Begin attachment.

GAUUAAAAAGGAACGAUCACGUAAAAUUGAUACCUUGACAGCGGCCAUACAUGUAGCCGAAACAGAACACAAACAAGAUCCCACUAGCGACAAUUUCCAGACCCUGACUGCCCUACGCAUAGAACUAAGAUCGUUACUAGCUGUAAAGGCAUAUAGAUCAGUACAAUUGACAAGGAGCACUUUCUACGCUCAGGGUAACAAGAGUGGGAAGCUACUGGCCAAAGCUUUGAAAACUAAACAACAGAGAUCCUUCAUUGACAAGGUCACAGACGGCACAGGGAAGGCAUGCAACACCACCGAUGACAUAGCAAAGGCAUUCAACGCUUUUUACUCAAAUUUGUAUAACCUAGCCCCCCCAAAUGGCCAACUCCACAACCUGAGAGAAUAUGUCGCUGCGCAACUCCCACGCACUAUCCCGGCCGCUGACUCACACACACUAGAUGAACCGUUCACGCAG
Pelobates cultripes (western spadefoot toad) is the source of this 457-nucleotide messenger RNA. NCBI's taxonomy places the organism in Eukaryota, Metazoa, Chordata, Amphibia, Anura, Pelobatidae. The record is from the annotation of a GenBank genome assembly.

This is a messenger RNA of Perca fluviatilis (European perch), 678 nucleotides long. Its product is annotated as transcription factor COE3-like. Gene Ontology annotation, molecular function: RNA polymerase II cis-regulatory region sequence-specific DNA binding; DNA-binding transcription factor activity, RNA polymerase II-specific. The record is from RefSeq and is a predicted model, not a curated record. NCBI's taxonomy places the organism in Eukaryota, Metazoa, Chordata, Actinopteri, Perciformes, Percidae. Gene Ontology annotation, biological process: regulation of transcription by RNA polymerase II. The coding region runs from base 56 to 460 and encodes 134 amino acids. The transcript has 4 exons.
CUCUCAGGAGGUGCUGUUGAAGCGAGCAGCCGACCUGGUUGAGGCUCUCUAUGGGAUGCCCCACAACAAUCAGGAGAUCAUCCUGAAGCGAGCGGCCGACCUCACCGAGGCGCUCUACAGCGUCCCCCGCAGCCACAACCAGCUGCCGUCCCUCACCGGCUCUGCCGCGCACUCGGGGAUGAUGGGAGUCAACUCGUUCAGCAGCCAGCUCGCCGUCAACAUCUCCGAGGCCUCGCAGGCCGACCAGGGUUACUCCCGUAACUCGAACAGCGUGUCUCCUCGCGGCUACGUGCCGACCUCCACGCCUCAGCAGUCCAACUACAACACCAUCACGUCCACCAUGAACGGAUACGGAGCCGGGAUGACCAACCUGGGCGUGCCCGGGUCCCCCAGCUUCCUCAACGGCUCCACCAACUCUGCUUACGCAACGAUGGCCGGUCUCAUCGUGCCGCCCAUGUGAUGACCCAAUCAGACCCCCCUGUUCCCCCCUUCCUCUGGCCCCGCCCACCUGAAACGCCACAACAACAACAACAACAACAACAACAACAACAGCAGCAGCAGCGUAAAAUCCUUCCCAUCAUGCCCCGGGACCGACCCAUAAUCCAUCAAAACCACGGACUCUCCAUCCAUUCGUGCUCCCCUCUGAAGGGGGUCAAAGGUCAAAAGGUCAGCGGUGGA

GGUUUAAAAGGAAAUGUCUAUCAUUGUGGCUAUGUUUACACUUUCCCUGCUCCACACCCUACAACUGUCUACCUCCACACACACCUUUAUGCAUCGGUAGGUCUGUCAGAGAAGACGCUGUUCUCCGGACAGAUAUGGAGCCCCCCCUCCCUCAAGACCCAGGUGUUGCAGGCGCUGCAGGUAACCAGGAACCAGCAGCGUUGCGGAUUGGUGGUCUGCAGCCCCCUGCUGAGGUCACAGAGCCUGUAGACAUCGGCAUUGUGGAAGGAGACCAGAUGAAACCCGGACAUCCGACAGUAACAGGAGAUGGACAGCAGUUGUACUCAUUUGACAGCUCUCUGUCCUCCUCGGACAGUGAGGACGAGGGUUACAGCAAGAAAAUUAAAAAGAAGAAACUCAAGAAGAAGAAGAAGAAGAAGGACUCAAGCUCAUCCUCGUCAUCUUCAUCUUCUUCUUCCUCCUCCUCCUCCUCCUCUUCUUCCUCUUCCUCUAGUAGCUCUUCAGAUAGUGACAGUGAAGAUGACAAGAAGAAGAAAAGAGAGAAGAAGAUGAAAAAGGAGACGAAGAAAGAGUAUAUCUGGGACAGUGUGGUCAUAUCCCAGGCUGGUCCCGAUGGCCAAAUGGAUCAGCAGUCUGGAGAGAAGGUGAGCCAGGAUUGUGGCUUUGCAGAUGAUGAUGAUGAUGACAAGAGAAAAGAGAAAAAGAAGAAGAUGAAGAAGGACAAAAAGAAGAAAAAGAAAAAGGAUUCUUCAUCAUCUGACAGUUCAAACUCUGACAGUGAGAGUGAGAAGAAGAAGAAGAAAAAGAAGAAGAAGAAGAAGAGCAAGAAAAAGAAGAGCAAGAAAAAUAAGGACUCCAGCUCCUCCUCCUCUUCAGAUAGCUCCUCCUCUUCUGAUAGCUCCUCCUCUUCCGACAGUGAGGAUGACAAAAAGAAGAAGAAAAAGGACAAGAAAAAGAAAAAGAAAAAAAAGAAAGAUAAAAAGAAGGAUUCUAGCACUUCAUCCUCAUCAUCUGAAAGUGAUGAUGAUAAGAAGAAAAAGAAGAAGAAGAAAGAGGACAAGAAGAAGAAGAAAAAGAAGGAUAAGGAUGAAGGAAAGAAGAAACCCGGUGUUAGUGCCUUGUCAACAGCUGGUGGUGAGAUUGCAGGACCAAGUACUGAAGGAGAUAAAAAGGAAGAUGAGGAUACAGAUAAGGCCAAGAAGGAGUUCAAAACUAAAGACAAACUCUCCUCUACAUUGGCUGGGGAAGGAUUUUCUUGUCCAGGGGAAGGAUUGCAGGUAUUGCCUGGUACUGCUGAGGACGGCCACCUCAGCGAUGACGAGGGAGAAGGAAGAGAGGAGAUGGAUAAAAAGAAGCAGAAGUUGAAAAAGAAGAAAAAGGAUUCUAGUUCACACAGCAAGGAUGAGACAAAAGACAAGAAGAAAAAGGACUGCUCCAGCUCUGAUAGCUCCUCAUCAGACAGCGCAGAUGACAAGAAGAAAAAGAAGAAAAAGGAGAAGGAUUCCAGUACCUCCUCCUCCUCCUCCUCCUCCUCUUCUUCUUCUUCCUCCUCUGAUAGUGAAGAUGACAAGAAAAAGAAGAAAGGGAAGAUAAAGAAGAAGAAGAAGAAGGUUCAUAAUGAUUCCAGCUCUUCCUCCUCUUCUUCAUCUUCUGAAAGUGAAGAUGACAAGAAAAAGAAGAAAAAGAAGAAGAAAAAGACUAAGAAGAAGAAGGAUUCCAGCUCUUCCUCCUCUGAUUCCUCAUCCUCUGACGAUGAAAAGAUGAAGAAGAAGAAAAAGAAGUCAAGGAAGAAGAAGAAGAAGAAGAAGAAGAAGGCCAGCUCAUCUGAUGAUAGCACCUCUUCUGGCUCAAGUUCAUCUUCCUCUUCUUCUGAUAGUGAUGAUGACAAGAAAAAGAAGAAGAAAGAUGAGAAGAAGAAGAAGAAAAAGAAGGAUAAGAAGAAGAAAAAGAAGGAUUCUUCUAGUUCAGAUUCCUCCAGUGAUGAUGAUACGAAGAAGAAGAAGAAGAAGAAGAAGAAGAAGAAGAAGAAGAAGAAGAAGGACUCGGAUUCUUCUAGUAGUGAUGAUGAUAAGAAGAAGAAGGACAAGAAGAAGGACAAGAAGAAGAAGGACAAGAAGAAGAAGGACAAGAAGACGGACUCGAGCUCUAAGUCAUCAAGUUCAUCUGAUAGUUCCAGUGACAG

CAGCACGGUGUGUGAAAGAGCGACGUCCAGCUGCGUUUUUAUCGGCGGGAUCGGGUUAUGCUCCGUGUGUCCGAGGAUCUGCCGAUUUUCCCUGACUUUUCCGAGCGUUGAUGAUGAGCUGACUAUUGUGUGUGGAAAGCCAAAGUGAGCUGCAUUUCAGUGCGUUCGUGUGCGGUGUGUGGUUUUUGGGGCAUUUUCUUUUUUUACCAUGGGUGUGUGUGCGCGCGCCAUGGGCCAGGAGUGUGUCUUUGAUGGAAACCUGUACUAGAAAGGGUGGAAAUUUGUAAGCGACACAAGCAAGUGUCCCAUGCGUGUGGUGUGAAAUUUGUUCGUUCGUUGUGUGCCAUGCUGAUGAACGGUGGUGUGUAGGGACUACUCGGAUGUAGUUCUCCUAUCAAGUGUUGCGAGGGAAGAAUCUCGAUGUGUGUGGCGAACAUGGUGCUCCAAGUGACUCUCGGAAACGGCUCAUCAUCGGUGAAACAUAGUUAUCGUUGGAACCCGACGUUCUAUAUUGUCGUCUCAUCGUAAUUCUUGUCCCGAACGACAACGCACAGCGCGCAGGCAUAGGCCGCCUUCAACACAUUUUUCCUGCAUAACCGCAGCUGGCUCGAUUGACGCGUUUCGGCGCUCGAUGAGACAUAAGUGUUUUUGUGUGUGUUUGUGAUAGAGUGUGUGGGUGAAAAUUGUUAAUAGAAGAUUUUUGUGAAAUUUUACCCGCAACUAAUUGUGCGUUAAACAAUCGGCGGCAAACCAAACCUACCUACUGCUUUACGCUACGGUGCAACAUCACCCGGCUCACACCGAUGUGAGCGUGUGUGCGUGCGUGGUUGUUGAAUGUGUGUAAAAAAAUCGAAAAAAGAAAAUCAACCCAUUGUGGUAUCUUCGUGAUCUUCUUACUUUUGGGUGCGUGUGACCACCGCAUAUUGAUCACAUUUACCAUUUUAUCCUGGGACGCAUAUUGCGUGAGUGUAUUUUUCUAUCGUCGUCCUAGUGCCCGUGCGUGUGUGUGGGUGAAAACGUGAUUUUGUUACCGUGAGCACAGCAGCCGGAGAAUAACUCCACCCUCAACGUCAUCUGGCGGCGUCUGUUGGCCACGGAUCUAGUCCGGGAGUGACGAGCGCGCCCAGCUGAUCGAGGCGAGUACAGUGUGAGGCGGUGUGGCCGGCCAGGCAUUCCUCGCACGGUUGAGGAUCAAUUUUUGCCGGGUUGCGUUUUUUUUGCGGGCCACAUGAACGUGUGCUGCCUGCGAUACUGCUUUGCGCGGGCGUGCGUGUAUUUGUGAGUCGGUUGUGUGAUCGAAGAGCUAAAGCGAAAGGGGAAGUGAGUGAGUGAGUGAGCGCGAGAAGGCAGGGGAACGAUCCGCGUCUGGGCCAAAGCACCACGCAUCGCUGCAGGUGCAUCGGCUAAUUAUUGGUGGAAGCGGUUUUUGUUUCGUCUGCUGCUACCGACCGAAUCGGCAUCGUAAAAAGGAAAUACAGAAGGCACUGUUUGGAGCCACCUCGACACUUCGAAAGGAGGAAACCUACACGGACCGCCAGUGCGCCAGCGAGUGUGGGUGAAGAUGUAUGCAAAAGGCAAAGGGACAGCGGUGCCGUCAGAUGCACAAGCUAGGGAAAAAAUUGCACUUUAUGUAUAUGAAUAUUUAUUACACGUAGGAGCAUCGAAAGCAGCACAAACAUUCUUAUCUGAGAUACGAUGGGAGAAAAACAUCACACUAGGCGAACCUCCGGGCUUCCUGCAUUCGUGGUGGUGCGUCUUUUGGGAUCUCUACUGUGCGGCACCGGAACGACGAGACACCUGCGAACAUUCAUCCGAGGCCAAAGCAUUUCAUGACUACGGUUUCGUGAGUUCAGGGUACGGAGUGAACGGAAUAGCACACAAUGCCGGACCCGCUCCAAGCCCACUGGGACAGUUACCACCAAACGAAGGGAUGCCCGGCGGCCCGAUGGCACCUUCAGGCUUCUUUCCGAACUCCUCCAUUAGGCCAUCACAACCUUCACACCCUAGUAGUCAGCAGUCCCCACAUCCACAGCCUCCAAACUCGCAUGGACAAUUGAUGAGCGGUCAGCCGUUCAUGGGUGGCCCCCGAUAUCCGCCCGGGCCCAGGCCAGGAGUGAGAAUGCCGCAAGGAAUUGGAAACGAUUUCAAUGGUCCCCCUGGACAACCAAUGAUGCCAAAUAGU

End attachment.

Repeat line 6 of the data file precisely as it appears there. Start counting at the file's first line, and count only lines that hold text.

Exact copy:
CAGCACGGUGUGUGAAAGAGCGACGUCCAGCUGCGUUUUUAUCGGCGGGAUCGGGUUAUGCUCCGUGUGUCCGAGGAUCUGCCGAUUUUCCCUGACUUUUCCGAGCGUUGAUGAUGAGCUGACUAUUGUGUGUGGAAAGCCAAAGUGAGCUGCAUUUCAGUGCGUUCGUGUGCGGUGUGUGGUUUUUGGGGCAUUUUCUUUUUUUACCAUGGGUGUGUGUGCGCGCGCCAUGGGCCAGGAGUGUGUCUUUGAUGGAAACCUGUACUAGAAAGGGUGGAAAUUUGUAAGCGACACAAGCAAGUGUCCCAUGCGUGUGGUGUGAAAUUUGUUCGUUCGUUGUGUGCCAUGCUGAUGAACGGUGGUGUGUAGGGACUACUCGGAUGUAGUUCUCCUAUCAAGUGUUGCGAGGGAAGAAUCUCGAUGUGUGUGGCGAACAUGGUGCUCCAAGUGACUCUCGGAAACGGCUCAUCAUCGGUGAAACAUAGUUAUCGUUGGAACCCGACGUUCUAUAUUGUCGUCUCAUCGUAAUUCUUGUCCCGAACGACAACGCACAGCGCGCAGGCAUAGGCCGCCUUCAACACAUUUUUCCUGCAUAACCGCAGCUGGCUCGAUUGACGCGUUUCGGCGCUCGAUGAGACAUAAGUGUUUUUGUGUGUGUUUGUGAUAGAGUGUGUGGGUGAAAAUUGUUAAUAGAAGAUUUUUGUGAAAUUUUACCCGCAACUAAUUGUGCGUUAAACAAUCGGCGGCAAACCAAACCUACCUACUGCUUUACGCUACGGUGCAACAUCACCCGGCUCACACCGAUGUGAGCGUGUGUGCGUGCGUGGUUGUUGAAUGUGUGUAAAAAAAUCGAAAAAAGAAAAUCAACCCAUUGUGGUAUCUUCGUGAUCUUCUUACUUUUGGGUGCGUGUGACCACCGCAUAUUGAUCACAUUUACCAUUUUAUCCUGGGACGCAUAUUGCGUGAGUGUAUUUUUCUAUCGUCGUCCUAGUGCCCGUGCGUGUGUGUGGGUGAAAACGUGAUUUUGUUACCGUGAGCACAGCAGCCGGAGAAUAACUCCACCCUCAACGUCAUCUGGCGGCGUCUGUUGGCCACGGAUCUAGUCCGGGAGUGACGAGCGCGCCCAGCUGAUCGAGGCGAGUACAGUGUGAGGCGGUGUGGCCGGCCAGGCAUUCCUCGCACGGUUGAGGAUCAAUUUUUGCCGGGUUGCGUUUUUUUUGCGGGCCACAUGAACGUGUGCUGCCUGCGAUACUGCUUUGCGCGGGCGUGCGUGUAUUUGUGAGUCGGUUGUGUGAUCGAAGAGCUAAAGCGAAAGGGGAAGUGAGUGAGUGAGUGAGCGCGAGAAGGCAGGGGAACGAUCCGCGUCUGGGCCAAAGCACCACGCAUCGCUGCAGGUGCAUCGGCUAAUUAUUGGUGGAAGCGGUUUUUGUUUCGUCUGCUGCUACCGACCGAAUCGGCAUCGUAAAAAGGAAAUACAGAAGGCACUGUUUGGAGCCACCUCGACACUUCGAAAGGAGGAAACCUACACGGACCGCCAGUGCGCCAGCGAGUGUGGGUGAAGAUGUAUGCAAAAGGCAAAGGGACAGCGGUGCCGUCAGAUGCACAAGCUAGGGAAAAAAUUGCACUUUAUGUAUAUGAAUAUUUAUUACACGUAGGAGCAUCGAAAGCAGCACAAACAUUCUUAUCUGAGAUACGAUGGGAGAAAAACAUCACACUAGGCGAACCUCCGGGCUUCCUGCAUUCGUGGUGGUGCGUCUUUUGGGAUCUCUACUGUGCGGCACCGGAACGACGAGACACCUGCGAACAUUCAUCCGAGGCCAAAGCAUUUCAUGACUACGGUUUCGUGAGUUCAGGGUACGGAGUGAACGGAAUAGCACACAAUGCCGGACCCGCUCCAAGCCCACUGGGACAGUUACCACCAAACGAAGGGAUGCCCGGCGGCCCGAUGGCACCUUCAGGCUUCUUUCCGAACUCCUCCAUUAGGCCAUCACAACCUUCACACCCUAGUAGUCAGCAGUCCCCACAUCCACAGCCUCCAAACUCGCAUGGACAAUUGAUGAGCGGUCAGCCGUUCAUGGGUGGCCCCCGAUAUCCGCCCGGGCCCAGGCCAGGAGUGAGAAUGCCGCAAGGAAUUGGAAACGAUUUCAAUGGUCCCCCUGGACAACCAAUGAUGCCAAAUAGU